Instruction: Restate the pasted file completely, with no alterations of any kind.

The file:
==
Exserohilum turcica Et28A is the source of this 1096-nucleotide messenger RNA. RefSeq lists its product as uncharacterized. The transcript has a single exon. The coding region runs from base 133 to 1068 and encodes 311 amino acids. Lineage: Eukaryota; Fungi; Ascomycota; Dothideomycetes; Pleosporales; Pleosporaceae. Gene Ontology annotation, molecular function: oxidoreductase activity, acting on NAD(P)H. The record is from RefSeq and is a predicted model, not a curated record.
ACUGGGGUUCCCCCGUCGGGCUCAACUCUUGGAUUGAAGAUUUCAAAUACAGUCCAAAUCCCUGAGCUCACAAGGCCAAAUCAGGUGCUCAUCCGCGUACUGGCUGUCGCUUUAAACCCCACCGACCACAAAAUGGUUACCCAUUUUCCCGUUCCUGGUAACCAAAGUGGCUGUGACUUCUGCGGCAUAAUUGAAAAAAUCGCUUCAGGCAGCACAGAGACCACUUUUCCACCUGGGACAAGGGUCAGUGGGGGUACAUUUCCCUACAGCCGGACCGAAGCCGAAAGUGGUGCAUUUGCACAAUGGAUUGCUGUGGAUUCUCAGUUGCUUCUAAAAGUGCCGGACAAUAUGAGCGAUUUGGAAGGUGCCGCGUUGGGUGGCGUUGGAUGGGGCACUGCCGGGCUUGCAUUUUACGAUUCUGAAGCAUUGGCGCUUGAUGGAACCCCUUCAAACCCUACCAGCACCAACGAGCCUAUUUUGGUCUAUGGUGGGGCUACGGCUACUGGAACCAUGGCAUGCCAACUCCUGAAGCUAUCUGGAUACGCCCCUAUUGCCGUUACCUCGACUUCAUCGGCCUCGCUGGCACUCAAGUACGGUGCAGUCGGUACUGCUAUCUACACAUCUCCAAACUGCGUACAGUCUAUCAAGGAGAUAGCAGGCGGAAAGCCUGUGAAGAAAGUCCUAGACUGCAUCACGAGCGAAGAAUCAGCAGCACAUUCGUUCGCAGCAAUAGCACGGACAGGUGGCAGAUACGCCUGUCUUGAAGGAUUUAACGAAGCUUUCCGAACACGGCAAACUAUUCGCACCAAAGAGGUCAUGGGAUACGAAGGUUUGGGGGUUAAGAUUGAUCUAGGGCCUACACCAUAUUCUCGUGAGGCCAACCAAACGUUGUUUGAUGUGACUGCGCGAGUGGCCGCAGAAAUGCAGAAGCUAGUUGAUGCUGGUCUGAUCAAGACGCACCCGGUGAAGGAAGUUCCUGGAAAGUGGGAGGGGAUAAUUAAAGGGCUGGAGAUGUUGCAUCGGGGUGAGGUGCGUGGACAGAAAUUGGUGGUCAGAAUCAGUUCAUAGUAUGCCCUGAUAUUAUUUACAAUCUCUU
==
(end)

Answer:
Exserohilum turcica Et28A is the source of this 1096-nucleotide messenger RNA. RefSeq lists its product as uncharacterized. The transcript has a single exon. The coding region runs from base 133 to 1068 and encodes 311 amino acids. Lineage: Eukaryota; Fungi; Ascomycota; Dothideomycetes; Pleosporales; Pleosporaceae. Gene Ontology annotation, molecular function: oxidoreductase activity, acting on NAD(P)H. The record is from RefSeq and is a predicted model, not a curated record.
ACUGGGGUUCCCCCGUCGGGCUCAACUCUUGGAUUGAAGAUUUCAAAUACAGUCCAAAUCCCUGAGCUCACAAGGCCAAAUCAGGUGCUCAUCCGCGUACUGGCUGUCGCUUUAAACCCCACCGACCACAAAAUGGUUACCCAUUUUCCCGUUCCUGGUAACCAAAGUGGCUGUGACUUCUGCGGCAUAAUUGAAAAAAUCGCUUCAGGCAGCACAGAGACCACUUUUCCACCUGGGACAAGGGUCAGUGGGGGUACAUUUCCCUACAGCCGGACCGAAGCCGAAAGUGGUGCAUUUGCACAAUGGAUUGCUGUGGAUUCUCAGUUGCUUCUAAAAGUGCCGGACAAUAUGAGCGAUUUGGAAGGUGCCGCGUUGGGUGGCGUUGGAUGGGGCACUGCCGGGCUUGCAUUUUACGAUUCUGAAGCAUUGGCGCUUGAUGGAACCCCUUCAAACCCUACCAGCACCAACGAGCCUAUUUUGGUCUAUGGUGGGGCUACGGCUACUGGAACCAUGGCAUGCCAACUCCUGAAGCUAUCUGGAUACGCCCCUAUUGCCGUUACCUCGACUUCAUCGGCCUCGCUGGCACUCAAGUACGGUGCAGUCGGUACUGCUAUCUACACAUCUCCAAACUGCGUACAGUCUAUCAAGGAGAUAGCAGGCGGAAAGCCUGUGAAGAAAGUCCUAGACUGCAUCACGAGCGAAGAAUCAGCAGCACAUUCGUUCGCAGCAAUAGCACGGACAGGUGGCAGAUACGCCUGUCUUGAAGGAUUUAACGAAGCUUUCCGAACACGGCAAACUAUUCGCACCAAAGAGGUCAUGGGAUACGAAGGUUUGGGGGUUAAGAUUGAUCUAGGGCCUACACCAUAUUCUCGUGAGGCCAACCAAACGUUGUUUGAUGUGACUGCGCGAGUGGCCGCAGAAAUGCAGAAGCUAGUUGAUGCUGGUCUGAUCAAGACGCACCCGGUGAAGGAAGUUCCUGGAAAGUGGGAGGGGAUAAUUAAAGGGCUGGAGAUGUUGCAUCGGGGUGAGGUGCGUGGACAGAAAUUGGUGGUCAGAAUCAGUUCAUAGUAUGCCCUGAUAUUAUUUACAAUCUCUU